The globular cluster M13 in Hercules is a favorite target for amateur astronomers and professionals alike, a vast concentration of stars easily visible in binoculars and even to the unaided eye on clear, dark nights. But through a telescope, M13 turns into a glimmering metropolis of more than 100,000 suns, one of the brightest and best-known globular clusters in the northern sky. Now rising in the early evening sky for viewers in the northern hemisphere, M13 offers an especially beautiful sight when imaged by the Hubble Space Telescope. This view is a composite of archival data collected in 1999, 2000, 2005 and 2006 with the Wide Field Planetary Camera 2 and the Advanced Camera for Surveys.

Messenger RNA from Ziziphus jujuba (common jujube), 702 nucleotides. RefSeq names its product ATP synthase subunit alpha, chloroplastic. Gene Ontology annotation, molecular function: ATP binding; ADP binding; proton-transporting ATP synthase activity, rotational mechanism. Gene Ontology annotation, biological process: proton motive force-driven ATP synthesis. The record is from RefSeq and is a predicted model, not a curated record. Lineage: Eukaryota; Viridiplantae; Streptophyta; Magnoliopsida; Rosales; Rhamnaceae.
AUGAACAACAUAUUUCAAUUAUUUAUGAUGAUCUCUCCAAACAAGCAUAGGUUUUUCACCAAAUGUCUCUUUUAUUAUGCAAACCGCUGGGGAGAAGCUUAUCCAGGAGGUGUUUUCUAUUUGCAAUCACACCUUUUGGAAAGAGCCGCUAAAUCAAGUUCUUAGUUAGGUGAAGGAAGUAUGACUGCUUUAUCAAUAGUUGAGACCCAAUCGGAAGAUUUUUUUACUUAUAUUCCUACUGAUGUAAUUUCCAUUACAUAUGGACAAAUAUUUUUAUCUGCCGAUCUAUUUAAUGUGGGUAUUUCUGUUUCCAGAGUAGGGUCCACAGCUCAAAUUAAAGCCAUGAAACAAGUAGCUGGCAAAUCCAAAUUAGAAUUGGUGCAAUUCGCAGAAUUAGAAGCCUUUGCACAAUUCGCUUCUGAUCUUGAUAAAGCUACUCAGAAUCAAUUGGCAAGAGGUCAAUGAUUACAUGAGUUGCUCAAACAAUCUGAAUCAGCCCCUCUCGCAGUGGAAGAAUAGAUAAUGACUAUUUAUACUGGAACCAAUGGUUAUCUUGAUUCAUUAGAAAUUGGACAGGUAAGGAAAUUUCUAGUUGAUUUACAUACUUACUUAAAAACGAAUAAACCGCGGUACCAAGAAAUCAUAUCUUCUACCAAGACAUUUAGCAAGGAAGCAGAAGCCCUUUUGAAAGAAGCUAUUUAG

In this NASA/ESA Hubble Space Telescope image, we see a young star breaking out. The golden veil of light cloaks a young stellar object known only as IRAS 14568-6304 in the Circinus molecular cloud complex. This stellar newborn is ejecting gas at supersonic speeds and eventually will have cleared a hole in the cloud, allowing it to be easily visible to the outside universe.
This colourful and star-studded view of the Milky Way galaxy was captured when the NASA/ESA Hubble Space Telescope pointed its cameras towards the constellation of Sagittarius. Blue stars can be seen scattered across the frame, set against a distant backdrop of red-hued cosmic companions. This blue litter most likely formed at the same time from the same collapsing molecular cloud.